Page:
97. Basic and Secondary functions Pencil Quality Management
  98. Cost Drivers Materials: - complexity, uniqueness, ... - transport, packaging, ... Production method:- complexity, uniqueness, ... - labor, scrap, ... Machines / tools: - complexity, uniqueness, ... - wear, indirect labor, ... Specifications: - complexity, uniqueness, ... - unbalanced tolerances, ... Quality Management
  99. VA thinking process What is the product or service in question? What functions are being performed? What does it cost to perform each function? In what other ways might we accomplish the functions? What will those alternatives cost? What is feasible? Quality Management
  100. LOGISTICS LOGISTICS LOGISTICS 1 TIER SUPPLIER 1 TIER SUPPLIER Total Cost Module & Supply Chain 2 TIER SUPPLIER 2 TIER SUPPLIER YOUR COMPANY CUSTOMER 2 TIER SUPPLIER 2 TIER SUPPLIER Quality Management
  101. Customer Satisfaction and Retention Quality Function Deployment (QFD) and Value Analysis/ Value Engineering (VA/VE) are two important tools to enhance Customer Satisfaction and Customer Retention Quality Management
  102. Customer Satisfaction, Retention and Loyalty Measuring customer satisfaction alone is not enough. => Many customers who found a defect can be satisfied. Organizations should, in addition, measure customer retention. It costs much more to find a new customer than to retain one. Customer loyalty Quality Management
  103. QM – Philosophy & Concepts The Total Quality Approach Quality and Global Competitiveness Strategic Management Ethics Partnering Quality Culture Customer Satisfaction Employee Empowerment Leadership and Change Teambuilding and Teamwork Effective Communication Training Quality Management
  104. Employee Empowerment Empowerment means engaging employees in the thinking processes of an organization in ways that matter Empowerment means giving employees ownership of their jobs ( they are the best experts) but it does not mean that managers abdicate their responsibility or authority Division of labor between managers and workers changes with empowerment Empowerment requires a change in organizational culture (resistance to change) Quality Management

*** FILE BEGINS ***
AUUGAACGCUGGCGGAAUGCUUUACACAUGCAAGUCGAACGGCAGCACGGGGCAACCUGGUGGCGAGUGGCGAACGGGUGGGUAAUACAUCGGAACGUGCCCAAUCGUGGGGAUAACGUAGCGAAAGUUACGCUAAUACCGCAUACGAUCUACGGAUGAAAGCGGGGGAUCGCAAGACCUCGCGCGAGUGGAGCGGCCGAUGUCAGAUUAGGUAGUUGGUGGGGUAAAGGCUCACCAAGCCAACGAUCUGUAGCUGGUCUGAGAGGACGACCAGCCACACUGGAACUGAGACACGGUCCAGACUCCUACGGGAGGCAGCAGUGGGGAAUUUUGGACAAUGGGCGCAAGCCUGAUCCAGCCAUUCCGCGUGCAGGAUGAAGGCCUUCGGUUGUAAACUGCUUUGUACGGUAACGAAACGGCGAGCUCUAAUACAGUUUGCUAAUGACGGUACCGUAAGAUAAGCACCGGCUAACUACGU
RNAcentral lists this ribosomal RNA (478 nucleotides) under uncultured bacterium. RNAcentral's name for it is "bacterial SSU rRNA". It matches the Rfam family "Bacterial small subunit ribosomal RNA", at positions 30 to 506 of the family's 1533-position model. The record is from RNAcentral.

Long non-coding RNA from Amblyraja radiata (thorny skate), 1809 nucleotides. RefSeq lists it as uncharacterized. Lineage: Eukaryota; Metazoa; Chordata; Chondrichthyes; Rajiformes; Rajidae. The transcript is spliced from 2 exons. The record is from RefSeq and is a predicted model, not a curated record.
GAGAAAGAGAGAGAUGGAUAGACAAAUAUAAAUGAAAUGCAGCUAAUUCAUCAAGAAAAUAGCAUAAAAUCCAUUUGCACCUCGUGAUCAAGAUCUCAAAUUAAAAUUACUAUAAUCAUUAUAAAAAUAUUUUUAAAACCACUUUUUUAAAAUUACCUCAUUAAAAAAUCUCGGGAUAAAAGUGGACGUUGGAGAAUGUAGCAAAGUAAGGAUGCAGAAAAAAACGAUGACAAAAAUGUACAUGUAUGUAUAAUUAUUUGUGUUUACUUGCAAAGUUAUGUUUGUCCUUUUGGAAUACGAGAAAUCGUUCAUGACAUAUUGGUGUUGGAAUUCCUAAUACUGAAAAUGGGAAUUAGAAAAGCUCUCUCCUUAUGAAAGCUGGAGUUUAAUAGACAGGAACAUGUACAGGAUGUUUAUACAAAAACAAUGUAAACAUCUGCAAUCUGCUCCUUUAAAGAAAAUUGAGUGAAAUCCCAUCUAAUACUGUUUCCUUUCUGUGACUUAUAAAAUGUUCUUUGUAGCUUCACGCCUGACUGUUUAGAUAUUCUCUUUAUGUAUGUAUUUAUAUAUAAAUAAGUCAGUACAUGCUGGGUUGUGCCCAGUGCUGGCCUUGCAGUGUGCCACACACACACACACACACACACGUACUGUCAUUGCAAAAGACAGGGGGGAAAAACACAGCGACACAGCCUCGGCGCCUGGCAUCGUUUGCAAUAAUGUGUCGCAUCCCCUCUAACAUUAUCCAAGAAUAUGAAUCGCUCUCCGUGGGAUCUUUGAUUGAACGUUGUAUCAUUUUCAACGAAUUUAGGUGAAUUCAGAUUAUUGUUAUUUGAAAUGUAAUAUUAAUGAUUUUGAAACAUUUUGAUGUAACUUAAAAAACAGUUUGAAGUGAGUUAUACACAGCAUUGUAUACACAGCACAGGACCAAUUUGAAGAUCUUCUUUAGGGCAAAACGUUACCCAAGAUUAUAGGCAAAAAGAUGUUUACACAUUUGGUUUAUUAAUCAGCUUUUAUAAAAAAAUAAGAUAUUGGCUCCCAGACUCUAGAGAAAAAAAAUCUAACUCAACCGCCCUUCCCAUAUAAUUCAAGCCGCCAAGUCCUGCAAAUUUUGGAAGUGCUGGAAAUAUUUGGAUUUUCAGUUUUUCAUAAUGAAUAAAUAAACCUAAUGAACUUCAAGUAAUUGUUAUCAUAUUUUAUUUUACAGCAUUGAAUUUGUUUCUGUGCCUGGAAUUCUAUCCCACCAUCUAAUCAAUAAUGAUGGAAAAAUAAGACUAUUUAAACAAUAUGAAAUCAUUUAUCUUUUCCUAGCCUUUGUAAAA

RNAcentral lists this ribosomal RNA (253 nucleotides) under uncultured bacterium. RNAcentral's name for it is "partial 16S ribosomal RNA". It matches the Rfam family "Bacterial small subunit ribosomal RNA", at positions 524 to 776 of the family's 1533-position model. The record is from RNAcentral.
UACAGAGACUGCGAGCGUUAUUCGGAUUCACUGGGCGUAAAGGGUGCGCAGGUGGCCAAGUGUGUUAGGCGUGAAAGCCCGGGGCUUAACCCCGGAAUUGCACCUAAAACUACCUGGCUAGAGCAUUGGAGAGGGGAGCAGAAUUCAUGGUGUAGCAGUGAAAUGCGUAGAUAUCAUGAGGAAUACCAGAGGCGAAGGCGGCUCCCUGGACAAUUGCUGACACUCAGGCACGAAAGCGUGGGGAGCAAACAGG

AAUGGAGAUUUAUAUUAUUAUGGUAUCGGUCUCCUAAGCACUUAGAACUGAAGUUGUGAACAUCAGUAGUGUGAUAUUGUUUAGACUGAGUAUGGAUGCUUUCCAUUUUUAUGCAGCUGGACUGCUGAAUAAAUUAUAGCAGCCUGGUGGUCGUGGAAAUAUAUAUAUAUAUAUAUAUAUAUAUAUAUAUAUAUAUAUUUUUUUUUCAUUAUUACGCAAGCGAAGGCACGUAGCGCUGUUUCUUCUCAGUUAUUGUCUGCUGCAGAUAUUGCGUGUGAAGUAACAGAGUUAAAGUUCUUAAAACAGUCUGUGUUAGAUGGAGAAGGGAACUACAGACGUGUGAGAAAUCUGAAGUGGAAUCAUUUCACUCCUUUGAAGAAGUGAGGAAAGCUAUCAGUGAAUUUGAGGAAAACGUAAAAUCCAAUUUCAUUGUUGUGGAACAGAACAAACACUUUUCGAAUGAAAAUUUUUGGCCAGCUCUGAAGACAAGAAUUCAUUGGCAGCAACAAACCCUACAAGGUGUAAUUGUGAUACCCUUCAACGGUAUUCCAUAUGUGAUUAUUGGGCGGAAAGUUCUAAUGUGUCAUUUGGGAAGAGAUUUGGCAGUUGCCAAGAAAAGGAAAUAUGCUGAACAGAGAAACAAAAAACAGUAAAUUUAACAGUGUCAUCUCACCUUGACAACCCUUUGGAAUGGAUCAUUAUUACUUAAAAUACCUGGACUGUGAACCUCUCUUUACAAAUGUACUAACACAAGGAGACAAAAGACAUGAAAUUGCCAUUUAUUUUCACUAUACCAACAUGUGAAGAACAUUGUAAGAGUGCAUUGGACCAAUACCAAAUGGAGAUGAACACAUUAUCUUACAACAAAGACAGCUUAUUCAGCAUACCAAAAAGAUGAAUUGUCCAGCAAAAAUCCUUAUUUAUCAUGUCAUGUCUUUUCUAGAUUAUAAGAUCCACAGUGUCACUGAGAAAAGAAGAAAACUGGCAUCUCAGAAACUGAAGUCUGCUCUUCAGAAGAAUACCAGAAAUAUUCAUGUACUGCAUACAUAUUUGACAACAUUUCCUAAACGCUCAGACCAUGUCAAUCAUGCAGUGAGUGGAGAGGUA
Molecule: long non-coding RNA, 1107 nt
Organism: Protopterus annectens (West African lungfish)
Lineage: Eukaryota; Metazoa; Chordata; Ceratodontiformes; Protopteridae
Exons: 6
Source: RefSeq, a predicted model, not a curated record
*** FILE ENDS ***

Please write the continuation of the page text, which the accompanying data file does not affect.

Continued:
105. Employee Empowerment Best Managers for Empowerement People –Oriented Managers Balanced Managers Task –Oriented Managers Quality Management
  106. Empowerement Why empowerment? it is the best way to increase creative thinking resulting in enhancing an organization’s competitiveness. it can be an outstanding motivator. Vehicles: Quality circles Kaizen groups Suggestion Boxes Etc. Quality Management
  107. QM – Philosophy & Concepts The Total Quality Approach Quality and Global Competitiveness Strategic Management Ethics Partnering Quality Culture Customer Satisfaction Employee Empowerment Leadership and Change Teambuilding and Teamwork Effective Communication Training Quality Management
  108. Leadership and Change Implementing Total Quality in an organization is in most cases a significant change The success of this change is depending on many factors but the most important one is the involvement and commitment of the Leadership! Quality Management
  109. Leadership and Change Leadership is the ability to inspire people to make a total, willing, and voluntary commitment to accomplishing or exceeding organizational goals. Good leaders overcome resistance to change Good leaders are committed to both the job to be done and the people who must do it. They are good communicators and they are persuasive. Quality Management
  110. Management vs. Leadership Management Coping with complexity Planning and budgeting for complexity Developing the capacity to carry out plans through organizing and staffing Ensuring the accomplishment of plans through controlling and problem solving Leadership Coping with change Setting the direction for change thtrough the creation of a vision Aligning people to work towards the vision Motivating and inspiring people to want to accomplish the plan Quality Management
  111. Leadership and Change To facilitate change in a positive way, leaders: must have a clear vision and corresponding goals, exhibit a strong sense of responsibility, understand what change management is be effective communicators, have a high energy level, and have the will and ability to change have the skills to lead the change Quality Management
  112. Change Management Change management is a process of systematically identifying and facilitating the implementation of new methods and systems in an ongoing organization to minimize the pain and resistance that normally comes with such change Quality Management
  113. PRODUCTIVITY Renewal Acceptance / Confusion TIME Quality Management
  114. Change Management Transition model of change Transition is the state that change puts people into Transition is NOT automatic (not everybody will make it) Reaction to change: Embrace immediately Take time to adopt Never accept Quality Management
  115. Change Management RESISTERS OF CHANGE - Desired status quo - Potential Negative Consequences of Change ADVOCATES OF CHANGE - Desired change - Benefits of Change Quality Management
  116. Change Management Resistance can occur because people fear: Loss of credibilty or reputation Lack of career or financial advancement Possible damage to relationships with boss Loss of employment Interpersonal rejection Change in job role Job transfer or demotion Quality Management
  117. Change Management People will support change if they: believe the change will improve the situation expect personal gain in security, money, status had some input in the decision respect the person or people who are behind the change Quality Management